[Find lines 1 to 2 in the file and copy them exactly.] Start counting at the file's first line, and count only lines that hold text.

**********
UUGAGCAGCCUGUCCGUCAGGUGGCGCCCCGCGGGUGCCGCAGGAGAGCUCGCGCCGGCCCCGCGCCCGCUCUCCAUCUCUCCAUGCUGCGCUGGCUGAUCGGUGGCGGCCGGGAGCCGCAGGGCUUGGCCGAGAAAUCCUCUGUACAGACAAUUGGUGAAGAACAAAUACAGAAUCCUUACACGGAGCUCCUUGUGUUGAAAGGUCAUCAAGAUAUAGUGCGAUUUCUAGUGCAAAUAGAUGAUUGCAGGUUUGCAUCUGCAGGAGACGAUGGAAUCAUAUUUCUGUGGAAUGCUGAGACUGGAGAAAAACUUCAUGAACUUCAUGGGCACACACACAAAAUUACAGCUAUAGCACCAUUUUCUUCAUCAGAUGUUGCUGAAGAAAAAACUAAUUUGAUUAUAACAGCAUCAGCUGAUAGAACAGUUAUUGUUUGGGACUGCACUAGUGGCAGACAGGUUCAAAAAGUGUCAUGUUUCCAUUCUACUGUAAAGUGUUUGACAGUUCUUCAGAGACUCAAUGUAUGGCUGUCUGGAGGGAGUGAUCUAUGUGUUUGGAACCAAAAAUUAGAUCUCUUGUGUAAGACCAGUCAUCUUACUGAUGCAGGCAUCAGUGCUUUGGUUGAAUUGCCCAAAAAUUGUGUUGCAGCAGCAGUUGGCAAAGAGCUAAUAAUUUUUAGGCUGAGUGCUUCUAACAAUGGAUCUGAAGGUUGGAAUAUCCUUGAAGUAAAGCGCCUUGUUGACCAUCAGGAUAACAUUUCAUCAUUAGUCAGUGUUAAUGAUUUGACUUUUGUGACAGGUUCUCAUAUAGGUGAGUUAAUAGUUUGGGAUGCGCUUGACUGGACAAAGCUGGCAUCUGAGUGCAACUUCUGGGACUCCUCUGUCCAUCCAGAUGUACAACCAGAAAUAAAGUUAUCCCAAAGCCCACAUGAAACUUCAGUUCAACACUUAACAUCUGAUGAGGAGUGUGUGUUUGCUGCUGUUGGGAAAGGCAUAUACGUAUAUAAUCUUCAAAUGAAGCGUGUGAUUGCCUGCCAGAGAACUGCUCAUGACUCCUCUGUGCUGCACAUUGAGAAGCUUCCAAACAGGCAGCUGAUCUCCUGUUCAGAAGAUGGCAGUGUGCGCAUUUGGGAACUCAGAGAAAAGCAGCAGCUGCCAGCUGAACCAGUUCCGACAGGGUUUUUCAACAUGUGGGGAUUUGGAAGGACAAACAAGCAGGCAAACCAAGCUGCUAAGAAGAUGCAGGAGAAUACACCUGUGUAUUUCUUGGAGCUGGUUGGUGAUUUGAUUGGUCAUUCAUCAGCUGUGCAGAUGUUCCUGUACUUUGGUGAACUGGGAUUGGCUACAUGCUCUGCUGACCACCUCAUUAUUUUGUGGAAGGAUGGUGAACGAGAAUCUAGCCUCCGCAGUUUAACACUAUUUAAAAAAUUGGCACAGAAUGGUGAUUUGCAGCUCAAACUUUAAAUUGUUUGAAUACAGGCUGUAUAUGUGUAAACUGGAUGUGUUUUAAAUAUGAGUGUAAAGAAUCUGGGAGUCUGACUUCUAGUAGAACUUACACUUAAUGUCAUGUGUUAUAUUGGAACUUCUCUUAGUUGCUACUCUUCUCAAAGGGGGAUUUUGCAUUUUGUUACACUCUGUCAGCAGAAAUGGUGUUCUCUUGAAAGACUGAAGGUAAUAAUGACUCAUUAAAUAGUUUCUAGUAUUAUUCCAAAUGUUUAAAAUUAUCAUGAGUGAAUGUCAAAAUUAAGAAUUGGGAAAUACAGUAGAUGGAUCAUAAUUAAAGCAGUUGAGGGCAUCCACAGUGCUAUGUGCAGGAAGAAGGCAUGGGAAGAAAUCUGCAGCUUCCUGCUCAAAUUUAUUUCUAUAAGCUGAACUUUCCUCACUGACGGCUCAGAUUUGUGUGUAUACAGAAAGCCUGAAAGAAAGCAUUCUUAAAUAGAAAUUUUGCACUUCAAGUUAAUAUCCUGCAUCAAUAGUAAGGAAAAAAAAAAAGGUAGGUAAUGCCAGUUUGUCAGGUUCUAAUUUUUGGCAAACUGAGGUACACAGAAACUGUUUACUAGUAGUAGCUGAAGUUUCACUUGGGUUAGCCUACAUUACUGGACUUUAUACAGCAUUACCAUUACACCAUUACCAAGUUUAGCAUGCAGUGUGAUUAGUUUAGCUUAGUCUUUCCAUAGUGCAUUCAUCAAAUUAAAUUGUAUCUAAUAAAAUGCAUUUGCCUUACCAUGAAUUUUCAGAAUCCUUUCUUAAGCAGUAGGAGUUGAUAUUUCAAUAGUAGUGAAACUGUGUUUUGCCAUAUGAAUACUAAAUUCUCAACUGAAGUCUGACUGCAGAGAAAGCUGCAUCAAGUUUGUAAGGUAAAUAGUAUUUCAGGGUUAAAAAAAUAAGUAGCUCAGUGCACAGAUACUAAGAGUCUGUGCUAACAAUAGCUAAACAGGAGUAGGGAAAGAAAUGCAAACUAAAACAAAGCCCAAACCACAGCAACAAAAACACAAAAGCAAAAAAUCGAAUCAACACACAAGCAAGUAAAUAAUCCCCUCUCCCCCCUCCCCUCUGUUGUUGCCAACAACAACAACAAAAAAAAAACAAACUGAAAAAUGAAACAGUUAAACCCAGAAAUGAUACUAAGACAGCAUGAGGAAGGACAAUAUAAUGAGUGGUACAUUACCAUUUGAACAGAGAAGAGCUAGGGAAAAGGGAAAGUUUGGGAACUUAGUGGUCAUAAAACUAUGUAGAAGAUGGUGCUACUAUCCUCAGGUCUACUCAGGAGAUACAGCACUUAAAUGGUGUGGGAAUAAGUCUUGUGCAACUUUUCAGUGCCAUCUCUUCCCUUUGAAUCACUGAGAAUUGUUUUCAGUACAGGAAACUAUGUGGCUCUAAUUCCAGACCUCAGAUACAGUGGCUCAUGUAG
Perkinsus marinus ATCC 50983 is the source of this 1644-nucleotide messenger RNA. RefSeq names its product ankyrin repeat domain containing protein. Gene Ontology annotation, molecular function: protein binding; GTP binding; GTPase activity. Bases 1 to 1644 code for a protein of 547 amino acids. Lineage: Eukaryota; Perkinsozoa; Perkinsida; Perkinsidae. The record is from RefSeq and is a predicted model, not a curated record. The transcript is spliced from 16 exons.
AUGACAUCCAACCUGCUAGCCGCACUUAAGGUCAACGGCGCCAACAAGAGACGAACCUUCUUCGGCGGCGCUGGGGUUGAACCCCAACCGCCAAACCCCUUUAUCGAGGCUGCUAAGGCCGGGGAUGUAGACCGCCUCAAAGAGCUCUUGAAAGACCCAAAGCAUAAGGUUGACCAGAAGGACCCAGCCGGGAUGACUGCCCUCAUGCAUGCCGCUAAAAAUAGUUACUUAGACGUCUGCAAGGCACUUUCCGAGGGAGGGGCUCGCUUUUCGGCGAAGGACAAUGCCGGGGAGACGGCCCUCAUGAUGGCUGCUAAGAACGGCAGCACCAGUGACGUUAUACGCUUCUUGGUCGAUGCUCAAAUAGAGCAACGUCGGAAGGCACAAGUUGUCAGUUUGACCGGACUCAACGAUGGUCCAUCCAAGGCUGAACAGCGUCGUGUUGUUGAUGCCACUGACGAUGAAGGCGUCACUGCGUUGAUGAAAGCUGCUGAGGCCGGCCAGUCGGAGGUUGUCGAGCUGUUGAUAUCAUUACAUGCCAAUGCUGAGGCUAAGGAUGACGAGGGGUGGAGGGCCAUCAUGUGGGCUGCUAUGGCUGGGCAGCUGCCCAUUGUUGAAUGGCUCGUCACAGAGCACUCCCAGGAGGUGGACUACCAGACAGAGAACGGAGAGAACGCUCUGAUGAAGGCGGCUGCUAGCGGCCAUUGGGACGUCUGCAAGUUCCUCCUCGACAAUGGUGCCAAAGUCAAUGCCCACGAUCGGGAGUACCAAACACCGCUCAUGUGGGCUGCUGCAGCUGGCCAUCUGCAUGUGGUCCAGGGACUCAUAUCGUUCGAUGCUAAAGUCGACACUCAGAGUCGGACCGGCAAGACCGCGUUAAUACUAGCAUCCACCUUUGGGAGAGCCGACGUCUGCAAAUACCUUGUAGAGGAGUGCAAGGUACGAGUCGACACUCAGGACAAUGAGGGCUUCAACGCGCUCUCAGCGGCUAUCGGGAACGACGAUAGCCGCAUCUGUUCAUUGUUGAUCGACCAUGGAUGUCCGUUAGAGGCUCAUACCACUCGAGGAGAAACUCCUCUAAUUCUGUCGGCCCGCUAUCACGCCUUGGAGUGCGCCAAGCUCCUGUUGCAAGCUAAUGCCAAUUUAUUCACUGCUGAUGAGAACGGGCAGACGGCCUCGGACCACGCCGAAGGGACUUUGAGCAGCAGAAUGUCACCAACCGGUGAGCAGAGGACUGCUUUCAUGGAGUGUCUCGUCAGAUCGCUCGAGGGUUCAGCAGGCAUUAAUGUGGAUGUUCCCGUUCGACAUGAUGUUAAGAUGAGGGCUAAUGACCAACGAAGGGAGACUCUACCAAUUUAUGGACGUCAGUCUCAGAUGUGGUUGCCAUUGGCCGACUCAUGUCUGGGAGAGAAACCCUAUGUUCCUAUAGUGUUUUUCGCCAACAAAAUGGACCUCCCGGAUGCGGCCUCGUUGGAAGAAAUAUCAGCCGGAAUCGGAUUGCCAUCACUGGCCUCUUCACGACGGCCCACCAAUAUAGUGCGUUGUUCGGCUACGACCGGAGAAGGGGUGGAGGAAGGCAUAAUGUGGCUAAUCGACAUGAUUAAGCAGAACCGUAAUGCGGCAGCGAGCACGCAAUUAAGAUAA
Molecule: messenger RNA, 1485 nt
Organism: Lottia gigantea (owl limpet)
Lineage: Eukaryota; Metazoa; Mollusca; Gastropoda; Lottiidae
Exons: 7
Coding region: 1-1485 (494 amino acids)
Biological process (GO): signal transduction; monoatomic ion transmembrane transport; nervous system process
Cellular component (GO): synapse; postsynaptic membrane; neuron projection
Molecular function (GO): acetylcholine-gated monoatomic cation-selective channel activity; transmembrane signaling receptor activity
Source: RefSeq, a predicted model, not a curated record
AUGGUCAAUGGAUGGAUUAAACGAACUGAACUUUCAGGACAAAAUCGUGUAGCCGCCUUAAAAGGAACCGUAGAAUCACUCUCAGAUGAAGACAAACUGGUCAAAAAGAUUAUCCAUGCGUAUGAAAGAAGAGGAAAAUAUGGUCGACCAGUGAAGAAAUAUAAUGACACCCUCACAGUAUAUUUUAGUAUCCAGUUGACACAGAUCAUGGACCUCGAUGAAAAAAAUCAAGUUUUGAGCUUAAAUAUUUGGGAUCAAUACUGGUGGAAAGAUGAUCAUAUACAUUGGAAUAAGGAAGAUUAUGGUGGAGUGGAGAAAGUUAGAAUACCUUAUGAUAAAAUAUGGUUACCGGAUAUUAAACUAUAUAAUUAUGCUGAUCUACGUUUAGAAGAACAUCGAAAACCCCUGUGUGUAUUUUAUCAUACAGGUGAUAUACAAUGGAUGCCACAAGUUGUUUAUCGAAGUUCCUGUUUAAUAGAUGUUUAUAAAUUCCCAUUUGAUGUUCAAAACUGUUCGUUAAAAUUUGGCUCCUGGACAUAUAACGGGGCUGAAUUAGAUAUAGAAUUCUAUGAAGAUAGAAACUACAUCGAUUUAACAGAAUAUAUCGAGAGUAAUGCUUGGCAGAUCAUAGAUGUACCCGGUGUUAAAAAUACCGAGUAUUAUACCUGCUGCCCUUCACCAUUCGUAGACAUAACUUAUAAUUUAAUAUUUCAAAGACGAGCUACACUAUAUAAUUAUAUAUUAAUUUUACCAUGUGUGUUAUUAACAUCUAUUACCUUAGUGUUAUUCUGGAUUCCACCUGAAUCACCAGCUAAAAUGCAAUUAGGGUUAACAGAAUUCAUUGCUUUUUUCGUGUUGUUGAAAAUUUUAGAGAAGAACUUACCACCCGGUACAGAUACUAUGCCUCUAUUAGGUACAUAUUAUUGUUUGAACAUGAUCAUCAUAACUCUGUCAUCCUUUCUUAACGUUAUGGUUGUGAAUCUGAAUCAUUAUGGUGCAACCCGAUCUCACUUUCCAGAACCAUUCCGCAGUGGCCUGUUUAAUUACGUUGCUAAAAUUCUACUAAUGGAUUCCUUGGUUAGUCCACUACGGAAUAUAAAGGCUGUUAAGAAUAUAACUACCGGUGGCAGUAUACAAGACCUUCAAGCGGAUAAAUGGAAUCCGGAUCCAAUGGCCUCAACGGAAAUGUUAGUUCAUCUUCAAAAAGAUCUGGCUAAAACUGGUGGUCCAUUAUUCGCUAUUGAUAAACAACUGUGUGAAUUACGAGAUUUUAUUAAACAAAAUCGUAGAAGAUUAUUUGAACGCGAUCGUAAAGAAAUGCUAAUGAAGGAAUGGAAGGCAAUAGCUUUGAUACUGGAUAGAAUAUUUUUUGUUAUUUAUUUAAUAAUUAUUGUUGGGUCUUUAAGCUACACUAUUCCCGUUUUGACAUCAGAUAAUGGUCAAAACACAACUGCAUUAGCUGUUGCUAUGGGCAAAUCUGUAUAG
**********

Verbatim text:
UUGAGCAGCCUGUCCGUCAGGUGGCGCCCCGCGGGUGCCGCAGGAGAGCUCGCGCCGGCCCCGCGCCCGCUCUCCAUCUCUCCAUGCUGCGCUGGCUGAUCGGUGGCGGCCGGGAGCCGCAGGGCUUGGCCGAGAAAUCCUCUGUACAGACAAUUGGUGAAGAACAAAUACAGAAUCCUUACACGGAGCUCCUUGUGUUGAAAGGUCAUCAAGAUAUAGUGCGAUUUCUAGUGCAAAUAGAUGAUUGCAGGUUUGCAUCUGCAGGAGACGAUGGAAUCAUAUUUCUGUGGAAUGCUGAGACUGGAGAAAAACUUCAUGAACUUCAUGGGCACACACACAAAAUUACAGCUAUAGCACCAUUUUCUUCAUCAGAUGUUGCUGAAGAAAAAACUAAUUUGAUUAUAACAGCAUCAGCUGAUAGAACAGUUAUUGUUUGGGACUGCACUAGUGGCAGACAGGUUCAAAAAGUGUCAUGUUUCCAUUCUACUGUAAAGUGUUUGACAGUUCUUCAGAGACUCAAUGUAUGGCUGUCUGGAGGGAGUGAUCUAUGUGUUUGGAACCAAAAAUUAGAUCUCUUGUGUAAGACCAGUCAUCUUACUGAUGCAGGCAUCAGUGCUUUGGUUGAAUUGCCCAAAAAUUGUGUUGCAGCAGCAGUUGGCAAAGAGCUAAUAAUUUUUAGGCUGAGUGCUUCUAACAAUGGAUCUGAAGGUUGGAAUAUCCUUGAAGUAAAGCGCCUUGUUGACCAUCAGGAUAACAUUUCAUCAUUAGUCAGUGUUAAUGAUUUGACUUUUGUGACAGGUUCUCAUAUAGGUGAGUUAAUAGUUUGGGAUGCGCUUGACUGGACAAAGCUGGCAUCUGAGUGCAACUUCUGGGACUCCUCUGUCCAUCCAGAUGUACAACCAGAAAUAAAGUUAUCCCAAAGCCCACAUGAAACUUCAGUUCAACACUUAACAUCUGAUGAGGAGUGUGUGUUUGCUGCUGUUGGGAAAGGCAUAUACGUAUAUAAUCUUCAAAUGAAGCGUGUGAUUGCCUGCCAGAGAACUGCUCAUGACUCCUCUGUGCUGCACAUUGAGAAGCUUCCAAACAGGCAGCUGAUCUCCUGUUCAGAAGAUGGCAGUGUGCGCAUUUGGGAACUCAGAGAAAAGCAGCAGCUGCCAGCUGAACCAGUUCCGACAGGGUUUUUCAACAUGUGGGGAUUUGGAAGGACAAACAAGCAGGCAAACCAAGCUGCUAAGAAGAUGCAGGAGAAUACACCUGUGUAUUUCUUGGAGCUGGUUGGUGAUUUGAUUGGUCAUUCAUCAGCUGUGCAGAUGUUCCUGUACUUUGGUGAACUGGGAUUGGCUACAUGCUCUGCUGACCACCUCAUUAUUUUGUGGAAGGAUGGUGAACGAGAAUCUAGCCUCCGCAGUUUAACACUAUUUAAAAAAUUGGCACAGAAUGGUGAUUUGCAGCUCAAACUUUAAAUUGUUUGAAUACAGGCUGUAUAUGUGUAAACUGGAUGUGUUUUAAAUAUGAGUGUAAAGAAUCUGGGAGUCUGACUUCUAGUAGAACUUACACUUAAUGUCAUGUGUUAUAUUGGAACUUCUCUUAGUUGCUACUCUUCUCAAAGGGGGAUUUUGCAUUUUGUUACACUCUGUCAGCAGAAAUGGUGUUCUCUUGAAAGACUGAAGGUAAUAAUGACUCAUUAAAUAGUUUCUAGUAUUAUUCCAAAUGUUUAAAAUUAUCAUGAGUGAAUGUCAAAAUUAAGAAUUGGGAAAUACAGUAGAUGGAUCAUAAUUAAAGCAGUUGAGGGCAUCCACAGUGCUAUGUGCAGGAAGAAGGCAUGGGAAGAAAUCUGCAGCUUCCUGCUCAAAUUUAUUUCUAUAAGCUGAACUUUCCUCACUGACGGCUCAGAUUUGUGUGUAUACAGAAAGCCUGAAAGAAAGCAUUCUUAAAUAGAAAUUUUGCACUUCAAGUUAAUAUCCUGCAUCAAUAGUAAGGAAAAAAAAAAAGGUAGGUAAUGCCAGUUUGUCAGGUUCUAAUUUUUGGCAAACUGAGGUACACAGAAACUGUUUACUAGUAGUAGCUGAAGUUUCACUUGGGUUAGCCUACAUUACUGGACUUUAUACAGCAUUACCAUUACACCAUUACCAAGUUUAGCAUGCAGUGUGAUUAGUUUAGCUUAGUCUUUCCAUAGUGCAUUCAUCAAAUUAAAUUGUAUCUAAUAAAAUGCAUUUGCCUUACCAUGAAUUUUCAGAAUCCUUUCUUAAGCAGUAGGAGUUGAUAUUUCAAUAGUAGUGAAACUGUGUUUUGCCAUAUGAAUACUAAAUUCUCAACUGAAGUCUGACUGCAGAGAAAGCUGCAUCAAGUUUGUAAGGUAAAUAGUAUUUCAGGGUUAAAAAAAUAAGUAGCUCAGUGCACAGAUACUAAGAGUCUGUGCUAACAAUAGCUAAACAGGAGUAGGGAAAGAAAUGCAAACUAAAACAAAGCCCAAACCACAGCAACAAAAACACAAAAGCAAAAAAUCGAAUCAACACACAAGCAAGUAAAUAAUCCCCUCUCCCCCCUCCCCUCUGUUGUUGCCAACAACAACAACAAAAAAAAAACAAACUGAAAAAUGAAACAGUUAAACCCAGAAAUGAUACUAAGACAGCAUGAGGAAGGACAAUAUAAUGAGUGGUACAUUACCAUUUGAACAGAGAAGAGCUAGGGAAAAGGGAAAGUUUGGGAACUUAGUGGUCAUAAAACUAUGUAGAAGAUGGUGCUACUAUCCUCAGGUCUACUCAGGAGAUACAGCACUUAAAUGGUGUGGGAAUAAGUCUUGUGCAACUUUUCAGUGCCAUCUCUUCCCUUUGAAUCACUGAGAAUUGUUUUCAGUACAGGAAACUAUGUGGCUCUAAUUCCAGACCUCAGAUACAGUGGCUCAUGUAG
Perkinsus marinus ATCC 50983 is the source of this 1644-nucleotide messenger RNA. RefSeq names its product ankyrin repeat domain containing protein. Gene Ontology annotation, molecular function: protein binding; GTP binding; GTPase activity. Bases 1 to 1644 code for a protein of 547 amino acids. Lineage: Eukaryota; Perkinsozoa; Perkinsida; Perkinsidae. The record is from RefSeq and is a predicted model, not a curated record. The transcript is spliced from 16 exons.